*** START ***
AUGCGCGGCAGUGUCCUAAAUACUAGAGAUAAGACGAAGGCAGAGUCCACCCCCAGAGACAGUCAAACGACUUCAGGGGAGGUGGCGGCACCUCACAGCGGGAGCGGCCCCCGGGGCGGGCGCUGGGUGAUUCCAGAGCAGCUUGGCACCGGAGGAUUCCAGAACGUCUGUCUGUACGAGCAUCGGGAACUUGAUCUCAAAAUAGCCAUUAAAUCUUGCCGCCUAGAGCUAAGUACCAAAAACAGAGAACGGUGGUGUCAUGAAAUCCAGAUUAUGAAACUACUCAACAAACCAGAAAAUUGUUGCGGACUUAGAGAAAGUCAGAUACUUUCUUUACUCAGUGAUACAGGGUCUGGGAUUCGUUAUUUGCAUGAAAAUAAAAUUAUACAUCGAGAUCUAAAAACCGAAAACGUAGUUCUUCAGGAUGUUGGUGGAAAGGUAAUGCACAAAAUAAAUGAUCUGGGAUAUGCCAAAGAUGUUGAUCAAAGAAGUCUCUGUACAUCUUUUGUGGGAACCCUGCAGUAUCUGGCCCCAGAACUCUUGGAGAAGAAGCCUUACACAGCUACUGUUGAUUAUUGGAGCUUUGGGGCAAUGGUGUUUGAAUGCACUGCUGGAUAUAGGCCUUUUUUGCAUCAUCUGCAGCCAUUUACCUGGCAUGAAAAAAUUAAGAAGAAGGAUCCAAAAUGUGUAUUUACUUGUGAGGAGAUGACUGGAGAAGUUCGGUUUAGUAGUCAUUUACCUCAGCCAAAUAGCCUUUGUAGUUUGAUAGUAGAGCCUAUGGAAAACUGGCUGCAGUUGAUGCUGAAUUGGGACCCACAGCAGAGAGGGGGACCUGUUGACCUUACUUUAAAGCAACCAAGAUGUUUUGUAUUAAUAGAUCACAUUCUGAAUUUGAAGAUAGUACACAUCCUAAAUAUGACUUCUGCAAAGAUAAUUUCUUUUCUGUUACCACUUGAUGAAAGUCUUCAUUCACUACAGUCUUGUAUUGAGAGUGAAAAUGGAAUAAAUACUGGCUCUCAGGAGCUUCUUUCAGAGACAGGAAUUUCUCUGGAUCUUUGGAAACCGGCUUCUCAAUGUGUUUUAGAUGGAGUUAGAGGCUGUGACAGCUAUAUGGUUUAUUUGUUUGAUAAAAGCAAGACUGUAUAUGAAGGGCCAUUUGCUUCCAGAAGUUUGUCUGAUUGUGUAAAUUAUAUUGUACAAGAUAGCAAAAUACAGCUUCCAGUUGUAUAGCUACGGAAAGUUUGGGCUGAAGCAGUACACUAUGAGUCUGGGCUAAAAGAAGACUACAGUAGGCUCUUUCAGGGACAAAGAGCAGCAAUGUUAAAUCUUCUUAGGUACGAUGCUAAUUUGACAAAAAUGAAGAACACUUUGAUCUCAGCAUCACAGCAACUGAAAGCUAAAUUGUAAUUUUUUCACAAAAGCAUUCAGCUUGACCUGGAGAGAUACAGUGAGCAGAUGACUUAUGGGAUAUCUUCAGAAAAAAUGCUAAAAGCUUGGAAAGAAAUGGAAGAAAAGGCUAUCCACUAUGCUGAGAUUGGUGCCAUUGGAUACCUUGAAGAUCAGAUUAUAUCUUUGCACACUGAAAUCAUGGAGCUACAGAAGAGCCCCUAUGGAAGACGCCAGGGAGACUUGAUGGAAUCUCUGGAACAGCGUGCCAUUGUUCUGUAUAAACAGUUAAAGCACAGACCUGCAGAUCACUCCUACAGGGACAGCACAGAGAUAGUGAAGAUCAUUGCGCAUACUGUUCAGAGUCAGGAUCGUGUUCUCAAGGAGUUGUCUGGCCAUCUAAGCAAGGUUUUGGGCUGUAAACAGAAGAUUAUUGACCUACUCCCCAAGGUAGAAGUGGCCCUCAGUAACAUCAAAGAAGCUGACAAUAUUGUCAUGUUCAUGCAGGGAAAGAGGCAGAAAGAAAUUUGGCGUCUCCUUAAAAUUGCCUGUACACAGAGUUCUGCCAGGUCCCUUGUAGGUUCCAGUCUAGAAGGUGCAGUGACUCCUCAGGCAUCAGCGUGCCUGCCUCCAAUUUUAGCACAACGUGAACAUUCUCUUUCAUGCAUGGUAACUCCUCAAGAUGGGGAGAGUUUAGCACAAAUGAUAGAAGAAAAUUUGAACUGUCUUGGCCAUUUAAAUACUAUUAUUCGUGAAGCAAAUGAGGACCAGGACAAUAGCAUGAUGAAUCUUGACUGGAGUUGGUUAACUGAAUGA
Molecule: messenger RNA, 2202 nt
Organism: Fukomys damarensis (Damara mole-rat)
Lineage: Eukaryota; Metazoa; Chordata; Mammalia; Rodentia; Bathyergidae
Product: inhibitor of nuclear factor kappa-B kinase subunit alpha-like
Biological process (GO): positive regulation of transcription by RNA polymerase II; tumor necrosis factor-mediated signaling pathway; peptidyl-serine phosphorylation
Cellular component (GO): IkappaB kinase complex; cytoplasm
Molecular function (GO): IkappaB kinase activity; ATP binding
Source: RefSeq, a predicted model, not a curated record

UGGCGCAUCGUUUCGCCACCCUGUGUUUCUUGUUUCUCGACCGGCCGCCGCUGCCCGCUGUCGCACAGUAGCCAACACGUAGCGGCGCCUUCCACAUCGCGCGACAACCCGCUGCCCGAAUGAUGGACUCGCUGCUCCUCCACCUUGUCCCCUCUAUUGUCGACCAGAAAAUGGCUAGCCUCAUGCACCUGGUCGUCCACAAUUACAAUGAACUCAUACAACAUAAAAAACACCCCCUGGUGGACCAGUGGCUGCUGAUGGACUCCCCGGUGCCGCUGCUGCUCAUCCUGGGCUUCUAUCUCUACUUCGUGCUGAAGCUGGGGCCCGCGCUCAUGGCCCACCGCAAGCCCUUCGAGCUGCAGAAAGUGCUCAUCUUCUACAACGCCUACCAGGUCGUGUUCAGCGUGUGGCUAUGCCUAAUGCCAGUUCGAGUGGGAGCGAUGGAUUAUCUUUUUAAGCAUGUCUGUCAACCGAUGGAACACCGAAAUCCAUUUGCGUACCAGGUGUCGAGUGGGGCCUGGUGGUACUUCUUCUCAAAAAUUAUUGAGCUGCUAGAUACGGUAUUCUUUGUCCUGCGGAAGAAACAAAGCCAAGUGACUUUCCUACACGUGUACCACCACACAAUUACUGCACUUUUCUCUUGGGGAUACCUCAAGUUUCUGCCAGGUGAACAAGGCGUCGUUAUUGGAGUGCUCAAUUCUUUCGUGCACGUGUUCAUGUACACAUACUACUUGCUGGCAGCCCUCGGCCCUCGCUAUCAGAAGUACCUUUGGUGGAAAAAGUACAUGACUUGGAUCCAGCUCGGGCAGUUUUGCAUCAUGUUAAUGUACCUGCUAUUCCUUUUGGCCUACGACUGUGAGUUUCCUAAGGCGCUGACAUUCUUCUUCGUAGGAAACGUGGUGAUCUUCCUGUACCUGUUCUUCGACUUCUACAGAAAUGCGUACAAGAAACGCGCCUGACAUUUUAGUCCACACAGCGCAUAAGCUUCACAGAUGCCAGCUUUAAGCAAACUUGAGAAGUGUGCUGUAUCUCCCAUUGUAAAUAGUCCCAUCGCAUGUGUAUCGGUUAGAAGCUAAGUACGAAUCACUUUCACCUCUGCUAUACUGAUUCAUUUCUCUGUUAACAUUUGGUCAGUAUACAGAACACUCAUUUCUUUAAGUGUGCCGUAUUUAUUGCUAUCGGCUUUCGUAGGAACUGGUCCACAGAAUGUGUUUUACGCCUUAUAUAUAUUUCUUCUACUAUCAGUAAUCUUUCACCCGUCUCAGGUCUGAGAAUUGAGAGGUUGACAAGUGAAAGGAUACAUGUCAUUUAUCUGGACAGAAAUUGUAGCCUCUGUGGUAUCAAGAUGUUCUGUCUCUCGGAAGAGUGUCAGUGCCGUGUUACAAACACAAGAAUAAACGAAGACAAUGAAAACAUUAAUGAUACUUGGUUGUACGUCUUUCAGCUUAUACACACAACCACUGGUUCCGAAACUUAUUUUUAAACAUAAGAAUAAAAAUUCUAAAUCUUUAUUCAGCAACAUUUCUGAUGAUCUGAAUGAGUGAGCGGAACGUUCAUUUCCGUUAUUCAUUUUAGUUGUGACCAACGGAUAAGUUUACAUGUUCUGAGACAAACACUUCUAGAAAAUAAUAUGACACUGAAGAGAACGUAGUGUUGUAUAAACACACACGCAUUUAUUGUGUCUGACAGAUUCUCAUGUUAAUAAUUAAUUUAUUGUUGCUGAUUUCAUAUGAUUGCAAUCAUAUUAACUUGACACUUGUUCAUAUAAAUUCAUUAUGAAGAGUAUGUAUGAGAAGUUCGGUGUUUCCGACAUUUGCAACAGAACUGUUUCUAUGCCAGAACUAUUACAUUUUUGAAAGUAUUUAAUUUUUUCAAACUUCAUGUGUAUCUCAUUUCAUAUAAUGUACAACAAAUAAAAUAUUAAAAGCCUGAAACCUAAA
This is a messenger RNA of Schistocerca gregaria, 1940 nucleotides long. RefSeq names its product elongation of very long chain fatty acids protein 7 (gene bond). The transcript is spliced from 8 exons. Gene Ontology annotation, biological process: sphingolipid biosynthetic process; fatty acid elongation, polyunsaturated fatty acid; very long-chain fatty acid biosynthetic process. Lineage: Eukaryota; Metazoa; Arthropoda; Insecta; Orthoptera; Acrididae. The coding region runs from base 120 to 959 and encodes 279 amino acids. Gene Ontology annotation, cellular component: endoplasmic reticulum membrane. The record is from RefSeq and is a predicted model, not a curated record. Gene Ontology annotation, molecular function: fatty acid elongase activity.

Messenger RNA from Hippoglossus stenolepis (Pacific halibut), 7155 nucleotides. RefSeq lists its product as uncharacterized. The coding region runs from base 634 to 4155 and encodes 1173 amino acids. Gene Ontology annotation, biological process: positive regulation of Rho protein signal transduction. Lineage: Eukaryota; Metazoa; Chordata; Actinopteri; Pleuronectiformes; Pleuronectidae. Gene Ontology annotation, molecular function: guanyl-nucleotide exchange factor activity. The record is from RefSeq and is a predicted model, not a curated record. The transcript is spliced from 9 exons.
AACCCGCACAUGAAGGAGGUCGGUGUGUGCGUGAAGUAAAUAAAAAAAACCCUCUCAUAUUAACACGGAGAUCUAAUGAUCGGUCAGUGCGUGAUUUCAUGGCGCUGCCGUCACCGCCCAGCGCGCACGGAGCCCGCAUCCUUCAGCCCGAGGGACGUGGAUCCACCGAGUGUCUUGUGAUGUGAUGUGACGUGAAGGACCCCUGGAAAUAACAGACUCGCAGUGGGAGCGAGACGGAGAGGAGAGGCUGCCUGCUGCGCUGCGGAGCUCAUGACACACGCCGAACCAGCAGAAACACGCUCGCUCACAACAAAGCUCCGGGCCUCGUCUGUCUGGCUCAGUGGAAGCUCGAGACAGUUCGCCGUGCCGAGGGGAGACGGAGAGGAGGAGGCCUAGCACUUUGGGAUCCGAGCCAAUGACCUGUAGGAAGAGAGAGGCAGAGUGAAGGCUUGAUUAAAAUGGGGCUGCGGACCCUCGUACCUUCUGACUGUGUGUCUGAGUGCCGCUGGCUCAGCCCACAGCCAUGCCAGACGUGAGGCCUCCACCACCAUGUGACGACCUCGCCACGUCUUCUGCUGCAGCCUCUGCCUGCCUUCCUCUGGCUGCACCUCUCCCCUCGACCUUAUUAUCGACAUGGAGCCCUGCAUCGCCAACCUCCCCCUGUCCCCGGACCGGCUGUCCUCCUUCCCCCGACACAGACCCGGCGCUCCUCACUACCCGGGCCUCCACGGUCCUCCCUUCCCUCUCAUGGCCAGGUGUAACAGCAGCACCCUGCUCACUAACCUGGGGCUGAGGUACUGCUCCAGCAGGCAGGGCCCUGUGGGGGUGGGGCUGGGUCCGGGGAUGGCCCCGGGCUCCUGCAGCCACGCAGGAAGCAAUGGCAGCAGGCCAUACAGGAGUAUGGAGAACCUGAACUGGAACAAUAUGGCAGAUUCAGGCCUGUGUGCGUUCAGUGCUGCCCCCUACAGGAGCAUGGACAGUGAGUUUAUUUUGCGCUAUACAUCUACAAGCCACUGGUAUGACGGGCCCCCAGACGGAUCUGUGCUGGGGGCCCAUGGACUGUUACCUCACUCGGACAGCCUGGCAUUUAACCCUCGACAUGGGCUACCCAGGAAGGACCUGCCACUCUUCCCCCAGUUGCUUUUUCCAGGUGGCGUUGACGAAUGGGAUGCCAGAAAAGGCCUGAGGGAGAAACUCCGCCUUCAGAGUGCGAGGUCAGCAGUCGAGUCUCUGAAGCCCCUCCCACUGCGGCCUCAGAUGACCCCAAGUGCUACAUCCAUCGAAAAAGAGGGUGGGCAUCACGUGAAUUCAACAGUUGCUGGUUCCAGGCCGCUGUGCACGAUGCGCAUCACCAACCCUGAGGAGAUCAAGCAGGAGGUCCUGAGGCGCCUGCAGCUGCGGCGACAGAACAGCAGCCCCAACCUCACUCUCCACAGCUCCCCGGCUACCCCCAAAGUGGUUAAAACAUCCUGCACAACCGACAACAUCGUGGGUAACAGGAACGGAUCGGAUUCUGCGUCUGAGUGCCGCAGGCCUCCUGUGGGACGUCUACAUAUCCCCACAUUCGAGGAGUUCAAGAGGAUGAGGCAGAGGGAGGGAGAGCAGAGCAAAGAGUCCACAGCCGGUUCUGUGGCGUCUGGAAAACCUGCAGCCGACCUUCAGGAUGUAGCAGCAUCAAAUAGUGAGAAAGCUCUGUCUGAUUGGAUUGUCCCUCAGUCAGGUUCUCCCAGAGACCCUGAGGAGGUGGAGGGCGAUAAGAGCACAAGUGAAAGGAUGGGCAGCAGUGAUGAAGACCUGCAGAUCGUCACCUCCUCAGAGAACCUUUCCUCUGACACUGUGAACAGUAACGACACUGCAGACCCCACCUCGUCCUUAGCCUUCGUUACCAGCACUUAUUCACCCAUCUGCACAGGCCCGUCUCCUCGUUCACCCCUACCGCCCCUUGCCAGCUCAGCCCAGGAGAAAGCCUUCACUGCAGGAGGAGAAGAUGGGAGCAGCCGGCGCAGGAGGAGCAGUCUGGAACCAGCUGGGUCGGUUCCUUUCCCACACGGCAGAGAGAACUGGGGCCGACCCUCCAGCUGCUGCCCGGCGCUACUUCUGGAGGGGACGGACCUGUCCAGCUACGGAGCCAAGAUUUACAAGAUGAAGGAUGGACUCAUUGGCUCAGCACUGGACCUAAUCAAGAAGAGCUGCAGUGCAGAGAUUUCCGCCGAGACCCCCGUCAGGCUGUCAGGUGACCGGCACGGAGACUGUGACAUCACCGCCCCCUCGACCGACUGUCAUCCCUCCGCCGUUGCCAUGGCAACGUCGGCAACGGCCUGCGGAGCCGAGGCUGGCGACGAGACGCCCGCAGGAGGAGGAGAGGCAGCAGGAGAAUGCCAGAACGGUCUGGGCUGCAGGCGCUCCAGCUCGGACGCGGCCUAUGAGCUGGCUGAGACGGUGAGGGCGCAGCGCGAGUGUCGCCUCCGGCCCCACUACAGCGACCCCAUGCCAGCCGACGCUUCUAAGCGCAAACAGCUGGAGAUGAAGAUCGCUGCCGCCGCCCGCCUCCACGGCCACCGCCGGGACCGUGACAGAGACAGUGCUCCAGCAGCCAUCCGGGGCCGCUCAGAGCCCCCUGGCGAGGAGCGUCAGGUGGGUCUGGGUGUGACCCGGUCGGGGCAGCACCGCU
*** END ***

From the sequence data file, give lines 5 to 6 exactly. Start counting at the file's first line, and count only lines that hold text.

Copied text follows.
Product: inhibitor of nuclear factor kappa-B kinase subunit alpha-like
Biological process (GO): positive regulation of transcription by RNA polymerase II; tumor necrosis factor-mediated signaling pathway; peptidyl-serine phosphorylation